“Instagram, social media, and digital marketing in general is a forever changing landscape. As a business owner or marketer, it’s just a matter of taking time to keep up with the latest updates, and being quick to adapt to new techniques and strategies. If your marketing budget allows, it would be helpful to gain insight from industry experts and specialist agencies.”

What do you think about the changes? How has it affected your social media performance so far?

Let us know in the comments below – we’re keen to hear about how it has impacted each brand!

Pokémon GO: Built on Collective Memories & Emotions

Having spent a good part of my childhood in Hong Kong, I remember being excited every Mid-Autumn Festival, because I would have the chance to go to the park and hang out with other kids until late at night, roaming around and showing off our awesome blown up lanterns attached to a plastic tube handle.

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It’s been a long while since I’ve participated in this especially because I moved away from the city for a number of years, but it has always been something I reminisce about every time the festive period came around. It is undoubtedly part of the Collective Memories (集體回憶) of all Hong Kong children. Ahh, the good old memories.

Fast forward to today, Day One of the launch of Pokémon Go in Hong Kong. Being the typical millennial that I am, I decided to explore the streets of my neighbourhood to do some hunting and test out the game.

Everywhere I walked were people with their heads down focused on their phones, some exploring solo, some as couples and some in groups of friends. In fact, when I reached the park opposite my block, I noticed that I was reliving my childhood moments from Mid-Autumn. Except this time around instead of lanterns dangling off plastic tubes, it was brightly lit smartphones attached to portable powerbanks. And the ‘kids’, well, are probably the same kids that I would have hung out with some decades ago.

As I was washed with an overwhelming feeling of nostalgia, this strange correlation made me realise one thing. The game’s success is built on Collective Memories.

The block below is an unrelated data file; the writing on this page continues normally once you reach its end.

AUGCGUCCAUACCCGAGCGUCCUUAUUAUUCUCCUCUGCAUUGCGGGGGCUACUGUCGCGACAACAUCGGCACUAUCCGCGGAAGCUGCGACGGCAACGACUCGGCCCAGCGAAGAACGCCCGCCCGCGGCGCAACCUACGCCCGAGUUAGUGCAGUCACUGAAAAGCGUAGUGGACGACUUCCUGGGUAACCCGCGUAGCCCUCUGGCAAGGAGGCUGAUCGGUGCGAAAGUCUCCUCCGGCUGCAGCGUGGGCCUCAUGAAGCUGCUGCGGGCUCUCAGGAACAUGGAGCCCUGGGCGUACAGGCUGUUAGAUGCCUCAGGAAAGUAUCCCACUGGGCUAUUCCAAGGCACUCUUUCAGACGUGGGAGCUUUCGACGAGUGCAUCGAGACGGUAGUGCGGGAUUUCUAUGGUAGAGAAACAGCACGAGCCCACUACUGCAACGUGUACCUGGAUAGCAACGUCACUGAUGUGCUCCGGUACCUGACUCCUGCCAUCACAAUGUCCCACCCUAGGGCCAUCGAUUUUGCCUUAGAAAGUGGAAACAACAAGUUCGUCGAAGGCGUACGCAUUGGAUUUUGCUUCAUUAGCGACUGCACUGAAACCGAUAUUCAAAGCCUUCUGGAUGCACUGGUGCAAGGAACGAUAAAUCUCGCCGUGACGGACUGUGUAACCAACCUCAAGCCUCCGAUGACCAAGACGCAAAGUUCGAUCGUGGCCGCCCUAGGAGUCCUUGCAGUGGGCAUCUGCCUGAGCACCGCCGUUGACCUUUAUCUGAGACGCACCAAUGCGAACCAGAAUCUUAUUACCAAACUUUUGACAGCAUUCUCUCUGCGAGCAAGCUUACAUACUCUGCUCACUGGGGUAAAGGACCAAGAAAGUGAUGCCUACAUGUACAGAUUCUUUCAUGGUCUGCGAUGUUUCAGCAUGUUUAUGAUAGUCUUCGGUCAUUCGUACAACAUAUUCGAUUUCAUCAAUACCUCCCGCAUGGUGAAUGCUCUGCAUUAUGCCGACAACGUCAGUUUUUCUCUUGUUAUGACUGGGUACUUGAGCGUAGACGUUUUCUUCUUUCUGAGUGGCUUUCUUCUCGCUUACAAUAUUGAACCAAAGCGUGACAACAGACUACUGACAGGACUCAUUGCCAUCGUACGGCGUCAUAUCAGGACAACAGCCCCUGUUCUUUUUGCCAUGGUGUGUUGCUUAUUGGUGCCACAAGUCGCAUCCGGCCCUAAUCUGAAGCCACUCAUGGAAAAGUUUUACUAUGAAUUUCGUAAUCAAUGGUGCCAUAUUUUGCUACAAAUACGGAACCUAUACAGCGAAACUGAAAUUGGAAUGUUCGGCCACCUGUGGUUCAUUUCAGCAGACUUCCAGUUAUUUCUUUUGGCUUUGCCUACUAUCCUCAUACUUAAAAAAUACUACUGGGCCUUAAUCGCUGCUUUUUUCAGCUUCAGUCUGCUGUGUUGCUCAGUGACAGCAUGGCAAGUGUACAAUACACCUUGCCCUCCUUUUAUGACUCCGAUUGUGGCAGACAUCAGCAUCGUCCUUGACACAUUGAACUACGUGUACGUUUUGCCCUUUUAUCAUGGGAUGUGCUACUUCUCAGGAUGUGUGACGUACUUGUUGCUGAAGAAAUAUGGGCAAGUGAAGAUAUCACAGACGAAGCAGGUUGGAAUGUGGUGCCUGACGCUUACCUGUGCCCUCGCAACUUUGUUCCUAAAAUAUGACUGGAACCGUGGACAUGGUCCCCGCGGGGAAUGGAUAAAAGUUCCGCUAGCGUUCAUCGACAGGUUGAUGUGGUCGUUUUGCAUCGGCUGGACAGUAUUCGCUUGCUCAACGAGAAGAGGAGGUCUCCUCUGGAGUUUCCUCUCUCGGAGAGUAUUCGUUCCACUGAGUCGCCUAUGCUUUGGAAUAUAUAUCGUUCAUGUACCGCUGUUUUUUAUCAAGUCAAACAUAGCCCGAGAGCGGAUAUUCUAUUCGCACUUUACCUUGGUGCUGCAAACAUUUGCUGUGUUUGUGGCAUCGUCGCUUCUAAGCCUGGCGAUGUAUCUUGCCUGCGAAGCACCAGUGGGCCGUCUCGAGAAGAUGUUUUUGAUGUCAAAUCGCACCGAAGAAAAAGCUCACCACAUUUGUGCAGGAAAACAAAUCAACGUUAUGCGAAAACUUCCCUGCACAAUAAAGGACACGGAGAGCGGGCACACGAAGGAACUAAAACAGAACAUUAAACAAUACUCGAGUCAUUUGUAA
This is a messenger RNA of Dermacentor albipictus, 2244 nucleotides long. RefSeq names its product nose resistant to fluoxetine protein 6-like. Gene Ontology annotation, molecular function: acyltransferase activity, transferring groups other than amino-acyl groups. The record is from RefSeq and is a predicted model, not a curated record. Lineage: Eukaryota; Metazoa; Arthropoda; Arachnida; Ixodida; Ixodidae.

For those that have played it you’d know it’s overly simple. Open the app, walk around until you see a Pokémon appear on your screen, swipe Pokéballs at it until it’s ‘captured’. Repeat.

The game’s popularity is not because of the gameplay itself, nor is it the graphics or storyline (what storyline?). It is because of the childhood memories of the the millennials, and the sense of nostalgia and belonging the game brings. I myself reconnected with a friend I have not seen for several years just because we happened to be playing Pokémon Go in the same park by chance, and I also noticed strangers on the street connecting with one another over the game. It’s the feeling of ‘hey I know what you’re up to, you’re awesome too’, and the ability to bond and be a part of this community.

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The result?

Within three days of its release, Pokémon Go attracted more users than Twitter.

As of mid-July 2016, the game attracted just under 21 million daily active users in the US, surpassing Candy Crush saga’s audience of 20 million and making it the biggest mobile game in US history.

Also share prices skyrocketed for Nintendo, albeit being a case of mistaken identity. But that’s another story.

Key takeaway for your business?

It is estimated that millennials will be spending $200 billion annually by 2017. So if you wanna be the very best, like no one ever was (please excuse the reference), you need a thorough understanding of their behaviour.

Pokémon Go is a golden example of how millennials consume products. They act on feelings and emotions. Genuine connections with a brand are more convincing for them than any sales or marketing tactics that they are targeted for.

So find relevance in your product for your target market, activate emotional responses. Be convincing in your communications, and build genuine relationships with them.

That’s the only way to catch ’em all.